Football: Ex-DFB President demands structural reform
Shortly before the choice of the new DFB President, the former boss of the German Football Federation, Fritz Keller, requires a fundamental structural reform.
“One of the many problems is the over-maned apparatus that costs a lot of money, making it difficult to make decisions. He is too big, too static, people are too long in office,” Keller wrote in a guest contribution for the editorial network Germany.
“The system DFB must be broken up completely. It has inflicted the entire football in my eyes immense damage.”
The functional posts, of which several re-awarded several of which Friday at the DFB Bundestag in Bonn, should be limited in time, Keller wrote, “so that no cables are formed, in which they are tailored to each other.”
DFB: Successor is elected on Friday
Keller once again reiterated the day of the presidential election at the German Football Association in the direction of the association and the top-functional Rainer Koch.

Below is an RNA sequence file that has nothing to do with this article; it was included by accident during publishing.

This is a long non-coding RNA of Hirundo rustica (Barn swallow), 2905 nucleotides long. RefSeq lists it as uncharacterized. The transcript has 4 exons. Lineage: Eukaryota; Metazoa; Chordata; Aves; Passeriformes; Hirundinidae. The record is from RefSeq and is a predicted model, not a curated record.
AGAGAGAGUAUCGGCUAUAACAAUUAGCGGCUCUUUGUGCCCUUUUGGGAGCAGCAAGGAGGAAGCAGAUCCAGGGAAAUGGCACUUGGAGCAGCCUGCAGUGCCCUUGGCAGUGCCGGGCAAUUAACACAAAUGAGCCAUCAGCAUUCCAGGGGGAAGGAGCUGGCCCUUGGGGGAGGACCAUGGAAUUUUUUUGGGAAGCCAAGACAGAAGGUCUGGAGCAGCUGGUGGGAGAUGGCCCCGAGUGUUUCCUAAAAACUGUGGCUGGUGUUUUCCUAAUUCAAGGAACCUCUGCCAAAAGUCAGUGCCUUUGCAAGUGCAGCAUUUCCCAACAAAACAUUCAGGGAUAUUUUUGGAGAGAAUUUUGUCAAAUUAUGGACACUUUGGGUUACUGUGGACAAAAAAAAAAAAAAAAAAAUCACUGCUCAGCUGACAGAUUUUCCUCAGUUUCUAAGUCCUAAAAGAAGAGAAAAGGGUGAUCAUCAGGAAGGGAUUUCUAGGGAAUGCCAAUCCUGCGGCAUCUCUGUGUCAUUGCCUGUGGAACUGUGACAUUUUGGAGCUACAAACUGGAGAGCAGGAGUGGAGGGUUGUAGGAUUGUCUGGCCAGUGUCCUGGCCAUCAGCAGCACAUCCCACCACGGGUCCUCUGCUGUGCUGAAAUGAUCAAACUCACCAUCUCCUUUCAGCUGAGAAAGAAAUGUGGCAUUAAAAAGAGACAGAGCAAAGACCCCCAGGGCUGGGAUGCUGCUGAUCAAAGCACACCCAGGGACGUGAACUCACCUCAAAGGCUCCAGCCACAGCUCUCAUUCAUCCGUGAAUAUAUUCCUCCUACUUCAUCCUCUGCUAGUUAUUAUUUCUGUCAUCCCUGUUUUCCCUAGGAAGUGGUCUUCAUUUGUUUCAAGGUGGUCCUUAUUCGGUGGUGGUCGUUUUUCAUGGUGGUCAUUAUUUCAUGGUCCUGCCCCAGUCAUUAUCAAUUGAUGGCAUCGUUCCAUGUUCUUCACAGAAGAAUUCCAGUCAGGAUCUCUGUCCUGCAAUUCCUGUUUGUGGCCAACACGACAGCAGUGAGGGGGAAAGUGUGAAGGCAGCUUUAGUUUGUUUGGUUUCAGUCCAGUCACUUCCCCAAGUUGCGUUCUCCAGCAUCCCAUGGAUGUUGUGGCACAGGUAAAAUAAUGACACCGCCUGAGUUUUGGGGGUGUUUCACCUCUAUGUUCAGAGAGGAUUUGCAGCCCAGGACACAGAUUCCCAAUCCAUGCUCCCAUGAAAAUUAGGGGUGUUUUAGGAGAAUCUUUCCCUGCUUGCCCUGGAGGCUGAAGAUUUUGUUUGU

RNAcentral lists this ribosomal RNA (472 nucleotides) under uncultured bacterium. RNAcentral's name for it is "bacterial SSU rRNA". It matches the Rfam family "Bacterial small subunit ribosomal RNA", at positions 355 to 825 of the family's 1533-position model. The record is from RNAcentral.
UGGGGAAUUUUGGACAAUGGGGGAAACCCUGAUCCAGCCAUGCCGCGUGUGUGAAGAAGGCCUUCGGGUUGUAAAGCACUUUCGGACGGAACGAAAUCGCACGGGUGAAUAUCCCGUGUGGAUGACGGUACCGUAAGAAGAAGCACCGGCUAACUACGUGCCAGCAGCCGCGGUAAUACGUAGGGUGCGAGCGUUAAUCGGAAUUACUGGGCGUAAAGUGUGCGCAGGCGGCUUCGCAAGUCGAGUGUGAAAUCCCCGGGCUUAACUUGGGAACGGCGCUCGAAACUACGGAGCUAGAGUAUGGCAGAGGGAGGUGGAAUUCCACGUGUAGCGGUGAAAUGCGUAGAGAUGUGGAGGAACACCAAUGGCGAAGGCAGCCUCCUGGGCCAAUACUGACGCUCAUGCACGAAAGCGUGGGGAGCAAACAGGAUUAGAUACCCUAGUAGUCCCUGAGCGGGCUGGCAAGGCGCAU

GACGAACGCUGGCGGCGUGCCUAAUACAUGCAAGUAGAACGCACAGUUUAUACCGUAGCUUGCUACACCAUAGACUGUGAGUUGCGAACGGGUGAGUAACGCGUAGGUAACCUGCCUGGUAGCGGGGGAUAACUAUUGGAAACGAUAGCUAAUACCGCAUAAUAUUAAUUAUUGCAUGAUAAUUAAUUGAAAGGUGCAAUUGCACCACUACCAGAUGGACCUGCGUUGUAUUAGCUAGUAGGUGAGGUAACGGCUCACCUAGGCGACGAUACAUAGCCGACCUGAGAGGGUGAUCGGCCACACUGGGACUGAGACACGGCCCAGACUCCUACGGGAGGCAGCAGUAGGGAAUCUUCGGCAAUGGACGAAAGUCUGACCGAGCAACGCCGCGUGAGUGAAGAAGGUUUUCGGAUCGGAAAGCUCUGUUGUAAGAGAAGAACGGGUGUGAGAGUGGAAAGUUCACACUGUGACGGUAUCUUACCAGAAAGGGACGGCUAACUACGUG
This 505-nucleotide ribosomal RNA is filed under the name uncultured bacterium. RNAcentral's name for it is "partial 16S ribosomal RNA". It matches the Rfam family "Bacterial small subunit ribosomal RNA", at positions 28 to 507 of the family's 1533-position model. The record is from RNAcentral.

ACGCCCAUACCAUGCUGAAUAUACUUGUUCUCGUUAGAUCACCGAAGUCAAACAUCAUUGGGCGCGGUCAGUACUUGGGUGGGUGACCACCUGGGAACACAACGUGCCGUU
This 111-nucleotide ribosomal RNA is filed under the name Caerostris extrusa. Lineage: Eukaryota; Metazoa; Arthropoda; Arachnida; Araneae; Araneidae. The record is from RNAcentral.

“Koch is the keyperson, the stripping puller. If someone has played and benefited from any scandal, and be it only sent in the background, then he is in my opinion unbearable,” Keller wrote in a guest contribution for the “Editorial Network Germany”.
According to the basement, a “right new beginning” is only possible, “if in addition to the resigned Secretary-General Friedrich Curtius and Treasurer Stephan Osnabergge, who will no longer force Rainer Koch is no longer elected to the presidency”: “In my opinion, these persons have the DFB Little helped in recent years, but hurt enormously to the image. “
Keller had to resign 2021 as DFB president
Fritz Keller had to withdraw in May 2021 after he had called the controversial Vice-President Rainer Koch during a DFB session with the name of a Nazi Richter.
His successor on Friday in Bonn is either the Bernd Neuendorf or the former Schalke Financial Chef Peter Peters supported from the amateur camp. Neuendorf is clear favorite due to the distribution of voting in the Bundestag.
“I really would wish that it comes to a democratization and professionalization in DFB,” Keller wrote. “If in the future the actual (about seven million) members could vote on their president instead of the delegates, which were determined, that would be a good start.”